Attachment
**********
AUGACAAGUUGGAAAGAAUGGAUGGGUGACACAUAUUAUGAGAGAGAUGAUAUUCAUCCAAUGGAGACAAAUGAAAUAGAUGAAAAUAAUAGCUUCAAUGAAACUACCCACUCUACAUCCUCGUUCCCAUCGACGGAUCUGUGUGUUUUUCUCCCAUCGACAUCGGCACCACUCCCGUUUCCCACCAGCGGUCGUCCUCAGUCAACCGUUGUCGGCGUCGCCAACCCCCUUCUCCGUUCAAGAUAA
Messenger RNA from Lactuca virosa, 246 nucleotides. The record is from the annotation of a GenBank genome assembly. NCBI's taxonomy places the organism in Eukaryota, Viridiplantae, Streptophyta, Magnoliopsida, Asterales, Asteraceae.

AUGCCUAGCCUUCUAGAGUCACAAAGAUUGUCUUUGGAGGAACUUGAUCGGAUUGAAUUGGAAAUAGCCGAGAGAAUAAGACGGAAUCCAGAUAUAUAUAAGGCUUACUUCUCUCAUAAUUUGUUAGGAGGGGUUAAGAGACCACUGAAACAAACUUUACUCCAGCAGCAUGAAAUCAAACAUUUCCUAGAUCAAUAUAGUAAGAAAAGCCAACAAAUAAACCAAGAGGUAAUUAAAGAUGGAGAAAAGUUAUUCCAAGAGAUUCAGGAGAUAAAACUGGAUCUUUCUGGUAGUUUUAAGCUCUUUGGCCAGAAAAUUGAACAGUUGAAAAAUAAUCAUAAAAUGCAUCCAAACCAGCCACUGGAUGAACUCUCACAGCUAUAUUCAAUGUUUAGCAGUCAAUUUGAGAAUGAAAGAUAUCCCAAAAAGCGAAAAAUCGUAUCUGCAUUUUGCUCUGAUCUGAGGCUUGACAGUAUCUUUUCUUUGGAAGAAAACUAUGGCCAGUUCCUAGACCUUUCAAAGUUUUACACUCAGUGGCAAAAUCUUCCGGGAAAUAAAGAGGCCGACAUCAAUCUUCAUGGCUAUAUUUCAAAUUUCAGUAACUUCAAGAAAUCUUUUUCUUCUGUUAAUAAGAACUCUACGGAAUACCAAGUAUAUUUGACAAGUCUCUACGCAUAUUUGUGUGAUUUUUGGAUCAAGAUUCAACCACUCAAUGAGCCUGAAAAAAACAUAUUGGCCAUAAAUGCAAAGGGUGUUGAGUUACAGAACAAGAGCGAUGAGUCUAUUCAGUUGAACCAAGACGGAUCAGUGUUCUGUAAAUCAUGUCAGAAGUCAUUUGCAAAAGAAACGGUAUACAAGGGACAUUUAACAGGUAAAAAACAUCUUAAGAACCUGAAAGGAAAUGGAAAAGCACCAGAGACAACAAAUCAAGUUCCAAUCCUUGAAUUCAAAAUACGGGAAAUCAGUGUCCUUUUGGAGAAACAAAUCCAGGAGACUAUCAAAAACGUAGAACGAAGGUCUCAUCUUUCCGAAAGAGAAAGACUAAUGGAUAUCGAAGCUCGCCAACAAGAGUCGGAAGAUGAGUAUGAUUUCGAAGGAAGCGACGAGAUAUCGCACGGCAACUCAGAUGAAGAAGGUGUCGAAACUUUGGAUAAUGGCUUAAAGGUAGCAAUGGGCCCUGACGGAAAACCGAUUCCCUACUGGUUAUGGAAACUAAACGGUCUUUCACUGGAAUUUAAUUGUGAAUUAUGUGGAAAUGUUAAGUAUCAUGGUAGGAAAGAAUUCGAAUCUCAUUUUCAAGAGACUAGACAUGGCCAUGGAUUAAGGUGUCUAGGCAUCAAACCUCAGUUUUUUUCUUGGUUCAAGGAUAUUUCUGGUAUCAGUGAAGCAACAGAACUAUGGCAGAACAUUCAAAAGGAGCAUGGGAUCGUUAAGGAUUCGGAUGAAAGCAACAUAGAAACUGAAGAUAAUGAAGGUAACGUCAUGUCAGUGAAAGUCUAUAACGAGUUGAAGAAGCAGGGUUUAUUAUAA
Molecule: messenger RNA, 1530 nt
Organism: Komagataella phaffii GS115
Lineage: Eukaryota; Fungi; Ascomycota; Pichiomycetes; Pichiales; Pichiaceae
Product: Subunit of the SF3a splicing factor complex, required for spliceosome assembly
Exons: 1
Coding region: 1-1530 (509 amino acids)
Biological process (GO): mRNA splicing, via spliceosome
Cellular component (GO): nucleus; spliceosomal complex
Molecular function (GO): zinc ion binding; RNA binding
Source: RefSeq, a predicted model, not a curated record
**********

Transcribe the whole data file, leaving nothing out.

AUGACAAGUUGGAAAGAAUGGAUGGGUGACACAUAUUAUGAGAGAGAUGAUAUUCAUCCAAUGGAGACAAAUGAAAUAGAUGAAAAUAAUAGCUUCAAUGAAACUACCCACUCUACAUCCUCGUUCCCAUCGACGGAUCUGUGUGUUUUUCUCCCAUCGACAUCGGCACCACUCCCGUUUCCCACCAGCGGUCGUCCUCAGUCAACCGUUGUCGGCGUCGCCAACCCCCUUCUCCGUUCAAGAUAA
Messenger RNA from Lactuca virosa, 246 nucleotides. The record is from the annotation of a GenBank genome assembly. NCBI's taxonomy places the organism in Eukaryota, Viridiplantae, Streptophyta, Magnoliopsida, Asterales, Asteraceae.

AUGCCUAGCCUUCUAGAGUCACAAAGAUUGUCUUUGGAGGAACUUGAUCGGAUUGAAUUGGAAAUAGCCGAGAGAAUAAGACGGAAUCCAGAUAUAUAUAAGGCUUACUUCUCUCAUAAUUUGUUAGGAGGGGUUAAGAGACCACUGAAACAAACUUUACUCCAGCAGCAUGAAAUCAAACAUUUCCUAGAUCAAUAUAGUAAGAAAAGCCAACAAAUAAACCAAGAGGUAAUUAAAGAUGGAGAAAAGUUAUUCCAAGAGAUUCAGGAGAUAAAACUGGAUCUUUCUGGUAGUUUUAAGCUCUUUGGCCAGAAAAUUGAACAGUUGAAAAAUAAUCAUAAAAUGCAUCCAAACCAGCCACUGGAUGAACUCUCACAGCUAUAUUCAAUGUUUAGCAGUCAAUUUGAGAAUGAAAGAUAUCCCAAAAAGCGAAAAAUCGUAUCUGCAUUUUGCUCUGAUCUGAGGCUUGACAGUAUCUUUUCUUUGGAAGAAAACUAUGGCCAGUUCCUAGACCUUUCAAAGUUUUACACUCAGUGGCAAAAUCUUCCGGGAAAUAAAGAGGCCGACAUCAAUCUUCAUGGCUAUAUUUCAAAUUUCAGUAACUUCAAGAAAUCUUUUUCUUCUGUUAAUAAGAACUCUACGGAAUACCAAGUAUAUUUGACAAGUCUCUACGCAUAUUUGUGUGAUUUUUGGAUCAAGAUUCAACCACUCAAUGAGCCUGAAAAAAACAUAUUGGCCAUAAAUGCAAAGGGUGUUGAGUUACAGAACAAGAGCGAUGAGUCUAUUCAGUUGAACCAAGACGGAUCAGUGUUCUGUAAAUCAUGUCAGAAGUCAUUUGCAAAAGAAACGGUAUACAAGGGACAUUUAACAGGUAAAAAACAUCUUAAGAACCUGAAAGGAAAUGGAAAAGCACCAGAGACAACAAAUCAAGUUCCAAUCCUUGAAUUCAAAAUACGGGAAAUCAGUGUCCUUUUGGAGAAACAAAUCCAGGAGACUAUCAAAAACGUAGAACGAAGGUCUCAUCUUUCCGAAAGAGAAAGACUAAUGGAUAUCGAAGCUCGCCAACAAGAGUCGGAAGAUGAGUAUGAUUUCGAAGGAAGCGACGAGAUAUCGCACGGCAACUCAGAUGAAGAAGGUGUCGAAACUUUGGAUAAUGGCUUAAAGGUAGCAAUGGGCCCUGACGGAAAACCGAUUCCCUACUGGUUAUGGAAACUAAACGGUCUUUCACUGGAAUUUAAUUGUGAAUUAUGUGGAAAUGUUAAGUAUCAUGGUAGGAAAGAAUUCGAAUCUCAUUUUCAAGAGACUAGACAUGGCCAUGGAUUAAGGUGUCUAGGCAUCAAACCUCAGUUUUUUUCUUGGUUCAAGGAUAUUUCUGGUAUCAGUGAAGCAACAGAACUAUGGCAGAACAUUCAAAAGGAGCAUGGGAUCGUUAAGGAUUCGGAUGAAAGCAACAUAGAAACUGAAGAUAAUGAAGGUAACGUCAUGUCAGUGAAAGUCUAUAACGAGUUGAAGAAGCAGGGUUUAUUAUAA
Molecule: messenger RNA, 1530 nt
Organism: Komagataella phaffii GS115
Lineage: Eukaryota; Fungi; Ascomycota; Pichiomycetes; Pichiales; Pichiaceae
Product: Subunit of the SF3a splicing factor complex, required for spliceosome assembly
Exons: 1
Coding region: 1-1530 (509 amino acids)
Biological process (GO): mRNA splicing, via spliceosome
Cellular component (GO): nucleus; spliceosomal complex
Molecular function (GO): zinc ion binding; RNA binding
Source: RefSeq, a predicted model, not a curated record